In K. Santhanam and Anr v. The District Collector, Virudhunagar and OrsThe Madras High Court has declared that natural resources such as hills and hillocks cannot be leased away for mining without public interest considerations.
By: Sargam Vohra, IIMT
The mining licences are obtained in accordance with statutory regulations, mining activity carried out under those licences will be subject to court review, according to Justice GR Swaminathan.
“We are a democratic republic. It is not open to the Government of the day to arbitrarily give away hills and hillocks for exploitation. Merely because the process of issuance of mining lease was conducted in consonance with the statutory procedure, that would not confer any immunity against judicial scrutiny. Unless there are supervening public interest considerations, hills and hillocks cannot be given away for mining,” stated the order passed on April 26.
The Court made the remark while ordering a halt to mining and quarrying operations on a 30-meter hillock in Rajapalayam, Virudhunagar district’s Thiruppani hilltop. Blue metal was abundant in the dome-structured rock at the centre of the issue, which is employed as a construction material and a source for M-sand.
While dismissing arguments offered in defence of the hillock’s exploitation, the Court also cautioned that the environmental effects of such exploitation is sometimes not realised until it is too late.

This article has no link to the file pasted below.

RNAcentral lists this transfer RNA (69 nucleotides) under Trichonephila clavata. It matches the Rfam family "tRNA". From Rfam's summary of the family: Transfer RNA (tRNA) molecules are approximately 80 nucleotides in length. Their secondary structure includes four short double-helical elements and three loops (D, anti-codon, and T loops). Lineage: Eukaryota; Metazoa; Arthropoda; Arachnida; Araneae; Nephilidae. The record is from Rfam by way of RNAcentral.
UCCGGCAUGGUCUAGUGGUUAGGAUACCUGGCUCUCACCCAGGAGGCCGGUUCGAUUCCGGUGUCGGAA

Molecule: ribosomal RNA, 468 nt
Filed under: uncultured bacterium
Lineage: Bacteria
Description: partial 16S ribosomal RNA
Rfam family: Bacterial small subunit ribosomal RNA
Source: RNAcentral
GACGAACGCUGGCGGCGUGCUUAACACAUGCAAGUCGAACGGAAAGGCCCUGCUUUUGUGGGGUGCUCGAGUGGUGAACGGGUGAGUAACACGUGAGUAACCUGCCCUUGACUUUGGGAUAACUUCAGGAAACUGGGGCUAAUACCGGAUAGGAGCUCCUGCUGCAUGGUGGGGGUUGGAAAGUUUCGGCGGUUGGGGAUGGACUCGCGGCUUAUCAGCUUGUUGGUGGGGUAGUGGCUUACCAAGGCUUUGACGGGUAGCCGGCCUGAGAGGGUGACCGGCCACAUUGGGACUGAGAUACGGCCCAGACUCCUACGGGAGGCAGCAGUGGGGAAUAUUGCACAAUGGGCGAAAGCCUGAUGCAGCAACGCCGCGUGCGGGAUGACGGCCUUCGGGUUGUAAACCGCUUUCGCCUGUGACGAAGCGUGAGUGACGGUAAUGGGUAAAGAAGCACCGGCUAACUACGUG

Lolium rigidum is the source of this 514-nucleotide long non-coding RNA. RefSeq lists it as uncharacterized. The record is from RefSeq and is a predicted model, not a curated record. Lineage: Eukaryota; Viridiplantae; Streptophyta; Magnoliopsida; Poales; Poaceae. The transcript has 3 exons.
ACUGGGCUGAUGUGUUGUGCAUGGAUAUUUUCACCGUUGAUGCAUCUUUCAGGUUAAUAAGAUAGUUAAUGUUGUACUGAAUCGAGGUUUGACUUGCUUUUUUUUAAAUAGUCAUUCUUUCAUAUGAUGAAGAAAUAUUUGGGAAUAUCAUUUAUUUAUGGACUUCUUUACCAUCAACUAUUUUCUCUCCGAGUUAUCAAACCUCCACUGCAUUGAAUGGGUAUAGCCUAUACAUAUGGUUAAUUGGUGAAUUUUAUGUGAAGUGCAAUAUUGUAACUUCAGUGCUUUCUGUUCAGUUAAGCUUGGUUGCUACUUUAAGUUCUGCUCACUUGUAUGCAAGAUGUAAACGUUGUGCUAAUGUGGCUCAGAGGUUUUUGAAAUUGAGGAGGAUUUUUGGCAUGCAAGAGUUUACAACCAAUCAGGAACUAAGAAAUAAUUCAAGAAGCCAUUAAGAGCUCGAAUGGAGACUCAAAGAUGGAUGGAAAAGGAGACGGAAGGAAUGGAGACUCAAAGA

Poramboke land cannot be arbitrarily given away for private exploitation by the Government. The ways of Nature are inscrutable. Only after tsunami struck us, we were told that mangrove forests act as natural barriers against such oceanic onslaughts. Villages in a particular District never faced storms because a hill range acted as protection wall. The recent catastrophic events at Uttarakhand are a direct fall-out of construction of huge dams. We do not know the purpose served by such rock formations … It is facile to assume that destroying the hillock in question is of no consequence,” the Court said.
The Court went on to say that in all such circumstances, it must be proven that all other options have been exhausted and that limited mining in the hilltop is necessary in the public interest.
The Court said that it was not demonstrated why the hilltop in question should be demolished to “enrich the exchequer of the day by a few million rupees.”
It’s not like such minerals aren’t available or can’t be obtained elsewhere, and no compelling public interest has been demonstrated, according to the Court.
The blasting operations put the lives of farmhands in neighbouring fields in jeopardy and polluted the air. It was also claimed that the leaseholder had encroached on a water body and hindered a traditional villagers’ path. But the leaseholder and the local government both rejected the petitioners’ allegations.
“Of course the Government will be getting royalty and seigniorage fee from out of the quarry operations. But the result will be the destruction of yet another geological formation. It takes probably a million years for such rocks to be formed while it takes a few minutes to destroy them,” the Court noted”
The Judge went on to record that he is conscious that “every judicial verdict must be anchored only in law and logic.”
In this instance, the Court was not convinced by the respondents’ claim that the mining operation will have no negative consequences.
The hillock had previously been leased to a women’s self-help group, and the current leaseholder was the third organisation to exploit the rock, according to the Court. The Court decided that additional quarry operations should be halted because the current case entailed exploitation that went beyond this limit. As a result, the leaseholder was barred from continuing quarrying activities on the aforementioned rock. The Court did, however, enable the leaseholder to file a request with the authorities for a refund of the lease sum paid for the remaining lease period.